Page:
|March 6-8, 1962 Snowstorm
Rockingham County, VA
Storm of March 5th-9th See the following address for my write-up on this storm! http://www.annandaleweather.com/links/digest/greatestsnow.htm See this address for the NWS write up.
It is known as the "Ash Wednesday Storm." It caused over $200 million (1962 dollars) in property damage and major coastal erosion from North Carolina to Long Island, NY. In New Jersey alone, it was estimated to have destroyed or greatly damaged 45,000 homes. The Red Cross recorded that the storm killed 40 people. It hit during "Spring Tide." When the sun and moon are in phase, they produce a higher than normal astronomical tide. Water reached nine feet at Norfolk (flooding begins around five feet). Houses were toppled into the ocean and boardwalks were broken and twisted. The islands of Chincoteague and Assateague, Maryland were completely underwater. Ocean City, Maryland sustained major damage especially to the south end of the island. Winds up to 70 mph built 40-foot waves at sea. Heavy snow fell in the Appalachian Mountains. Big Meadows, southeast of Luray, recorded Virginia's greatest 24-hour snowfall with 33 inches and the greatest single storm snowfall with 42 inches. Nearly two feet of snow fell from Charlottesville (21 inches) to Luray (24 inches) to Winchester (22 inches). Roads were blocked and electrical service was out for several days. Washington and Baltimore fell into the mixed precipitation zone.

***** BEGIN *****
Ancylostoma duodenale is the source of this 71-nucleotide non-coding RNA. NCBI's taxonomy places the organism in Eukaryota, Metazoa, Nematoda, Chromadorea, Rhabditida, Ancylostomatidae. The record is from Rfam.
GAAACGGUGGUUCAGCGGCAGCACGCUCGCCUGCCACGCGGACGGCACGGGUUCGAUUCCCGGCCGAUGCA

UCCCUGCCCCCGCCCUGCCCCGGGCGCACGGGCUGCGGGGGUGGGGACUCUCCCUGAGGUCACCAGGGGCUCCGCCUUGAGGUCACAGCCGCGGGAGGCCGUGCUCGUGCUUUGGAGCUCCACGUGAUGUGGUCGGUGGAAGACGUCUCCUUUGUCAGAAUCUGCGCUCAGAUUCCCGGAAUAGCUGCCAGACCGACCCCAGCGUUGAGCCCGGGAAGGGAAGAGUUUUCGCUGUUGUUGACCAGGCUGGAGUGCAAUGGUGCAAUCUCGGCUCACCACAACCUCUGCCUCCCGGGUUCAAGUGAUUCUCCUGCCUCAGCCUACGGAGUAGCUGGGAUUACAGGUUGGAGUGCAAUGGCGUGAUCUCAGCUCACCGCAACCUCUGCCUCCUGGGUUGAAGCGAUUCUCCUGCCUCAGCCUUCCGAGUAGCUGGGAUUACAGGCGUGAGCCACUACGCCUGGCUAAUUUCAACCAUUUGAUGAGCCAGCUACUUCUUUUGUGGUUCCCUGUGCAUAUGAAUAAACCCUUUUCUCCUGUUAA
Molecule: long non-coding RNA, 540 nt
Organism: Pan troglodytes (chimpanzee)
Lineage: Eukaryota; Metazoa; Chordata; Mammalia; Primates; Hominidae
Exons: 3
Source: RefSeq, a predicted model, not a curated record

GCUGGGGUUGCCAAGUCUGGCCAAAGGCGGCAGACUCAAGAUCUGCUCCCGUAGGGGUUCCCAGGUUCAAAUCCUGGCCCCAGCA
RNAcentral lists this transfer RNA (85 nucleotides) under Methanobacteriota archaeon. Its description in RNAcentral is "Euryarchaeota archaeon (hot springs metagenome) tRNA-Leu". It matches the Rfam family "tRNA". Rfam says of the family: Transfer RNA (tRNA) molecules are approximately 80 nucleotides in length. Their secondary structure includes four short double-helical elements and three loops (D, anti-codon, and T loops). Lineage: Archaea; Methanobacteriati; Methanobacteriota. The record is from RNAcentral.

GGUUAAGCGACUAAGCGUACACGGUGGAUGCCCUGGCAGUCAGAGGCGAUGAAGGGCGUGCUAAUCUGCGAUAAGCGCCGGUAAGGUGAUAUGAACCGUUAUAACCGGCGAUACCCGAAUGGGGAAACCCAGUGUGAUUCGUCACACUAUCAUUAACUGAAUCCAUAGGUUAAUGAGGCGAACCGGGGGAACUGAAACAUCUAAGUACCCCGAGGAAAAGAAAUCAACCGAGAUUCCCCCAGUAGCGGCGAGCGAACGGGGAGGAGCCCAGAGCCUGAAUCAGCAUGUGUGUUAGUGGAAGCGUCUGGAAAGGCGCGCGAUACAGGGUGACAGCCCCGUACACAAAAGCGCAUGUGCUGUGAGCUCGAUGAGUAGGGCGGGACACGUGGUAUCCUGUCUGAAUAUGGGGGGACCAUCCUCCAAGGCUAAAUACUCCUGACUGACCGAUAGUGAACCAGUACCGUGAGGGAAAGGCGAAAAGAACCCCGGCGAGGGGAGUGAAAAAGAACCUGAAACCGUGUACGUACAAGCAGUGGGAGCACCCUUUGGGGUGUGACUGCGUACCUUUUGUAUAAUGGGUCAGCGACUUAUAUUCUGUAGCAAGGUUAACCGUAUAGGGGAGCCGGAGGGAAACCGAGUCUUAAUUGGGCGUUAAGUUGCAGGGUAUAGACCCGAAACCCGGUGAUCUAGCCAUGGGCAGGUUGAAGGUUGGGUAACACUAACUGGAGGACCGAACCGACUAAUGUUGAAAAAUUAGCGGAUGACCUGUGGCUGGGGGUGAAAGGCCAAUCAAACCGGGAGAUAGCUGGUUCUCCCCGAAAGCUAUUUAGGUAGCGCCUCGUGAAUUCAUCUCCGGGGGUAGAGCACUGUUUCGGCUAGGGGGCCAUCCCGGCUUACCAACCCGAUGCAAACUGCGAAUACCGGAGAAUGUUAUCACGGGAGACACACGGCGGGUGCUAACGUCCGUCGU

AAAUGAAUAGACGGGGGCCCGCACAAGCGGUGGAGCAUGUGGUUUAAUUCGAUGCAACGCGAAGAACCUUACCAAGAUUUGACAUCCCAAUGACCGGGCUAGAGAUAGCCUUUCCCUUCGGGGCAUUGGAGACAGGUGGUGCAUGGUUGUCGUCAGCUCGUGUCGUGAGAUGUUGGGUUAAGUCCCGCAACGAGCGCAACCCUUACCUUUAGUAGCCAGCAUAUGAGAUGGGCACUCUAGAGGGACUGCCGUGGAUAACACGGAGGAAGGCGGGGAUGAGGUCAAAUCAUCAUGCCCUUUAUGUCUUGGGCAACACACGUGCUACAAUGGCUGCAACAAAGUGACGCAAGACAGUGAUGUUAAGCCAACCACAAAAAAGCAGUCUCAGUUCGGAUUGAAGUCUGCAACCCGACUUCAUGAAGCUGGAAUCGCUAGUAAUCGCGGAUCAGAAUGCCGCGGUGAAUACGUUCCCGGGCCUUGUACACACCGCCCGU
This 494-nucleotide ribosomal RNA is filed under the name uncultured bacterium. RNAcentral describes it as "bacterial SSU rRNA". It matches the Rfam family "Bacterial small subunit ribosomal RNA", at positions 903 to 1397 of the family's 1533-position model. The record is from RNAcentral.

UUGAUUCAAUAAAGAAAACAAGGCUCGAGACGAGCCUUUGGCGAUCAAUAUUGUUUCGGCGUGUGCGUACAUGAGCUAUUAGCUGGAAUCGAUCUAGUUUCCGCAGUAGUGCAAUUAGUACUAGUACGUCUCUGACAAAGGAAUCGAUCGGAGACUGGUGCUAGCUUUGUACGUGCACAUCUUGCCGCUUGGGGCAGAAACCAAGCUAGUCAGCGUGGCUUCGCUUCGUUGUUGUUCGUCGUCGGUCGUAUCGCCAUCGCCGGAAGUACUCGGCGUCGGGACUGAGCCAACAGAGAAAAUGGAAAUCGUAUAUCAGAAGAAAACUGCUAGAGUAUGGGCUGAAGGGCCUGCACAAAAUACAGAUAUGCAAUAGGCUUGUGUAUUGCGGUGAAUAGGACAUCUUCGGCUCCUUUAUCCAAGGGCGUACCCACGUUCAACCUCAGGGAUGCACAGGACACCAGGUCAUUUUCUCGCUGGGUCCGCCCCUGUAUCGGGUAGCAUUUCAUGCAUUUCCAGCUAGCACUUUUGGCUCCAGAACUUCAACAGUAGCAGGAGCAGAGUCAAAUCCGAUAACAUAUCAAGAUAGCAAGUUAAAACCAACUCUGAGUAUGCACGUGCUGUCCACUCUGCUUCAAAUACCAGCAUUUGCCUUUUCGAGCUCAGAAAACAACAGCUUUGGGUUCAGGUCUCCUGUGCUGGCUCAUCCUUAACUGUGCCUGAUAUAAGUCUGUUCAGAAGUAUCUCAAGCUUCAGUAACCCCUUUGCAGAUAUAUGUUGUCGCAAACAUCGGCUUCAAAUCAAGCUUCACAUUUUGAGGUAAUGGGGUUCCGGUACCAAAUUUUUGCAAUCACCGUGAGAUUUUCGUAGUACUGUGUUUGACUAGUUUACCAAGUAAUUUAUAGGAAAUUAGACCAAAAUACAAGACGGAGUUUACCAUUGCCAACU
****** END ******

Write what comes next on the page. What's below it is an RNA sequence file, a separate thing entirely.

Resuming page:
The Ash Wednesday storm is noteworthy for producing devastating tidal flooding along the Atlantic Coast as well as record snows in the interior of Virginia. The extremely high tides and massive waves caused tremendous damage -worst in many of the hurricanes that have hit the region. National Airport received only 4 inches of snow with a liquid equivalent of 1.33 inches. However, close-in suburbs, such as Silver Spring, Md. and Falls Church, Virginia received 11 inches of snow. Outlying areas such as Rockville, Maryland received 19 inches of snow and Leesburg, Virginia received 20 inches of snow. Other snow totals included 15 inches at Richmond; 23 inches at Culpeper; 26 inches at Charlottesville; 32 inches at Winchester; and 35 inches at Fort Royal, Virginia and Big Meadows on the Skyline Drive top the list with 42 inches of snow. (p. 73-76 Washington Weather Book 2002 by Ambrose, Henry, Weiss)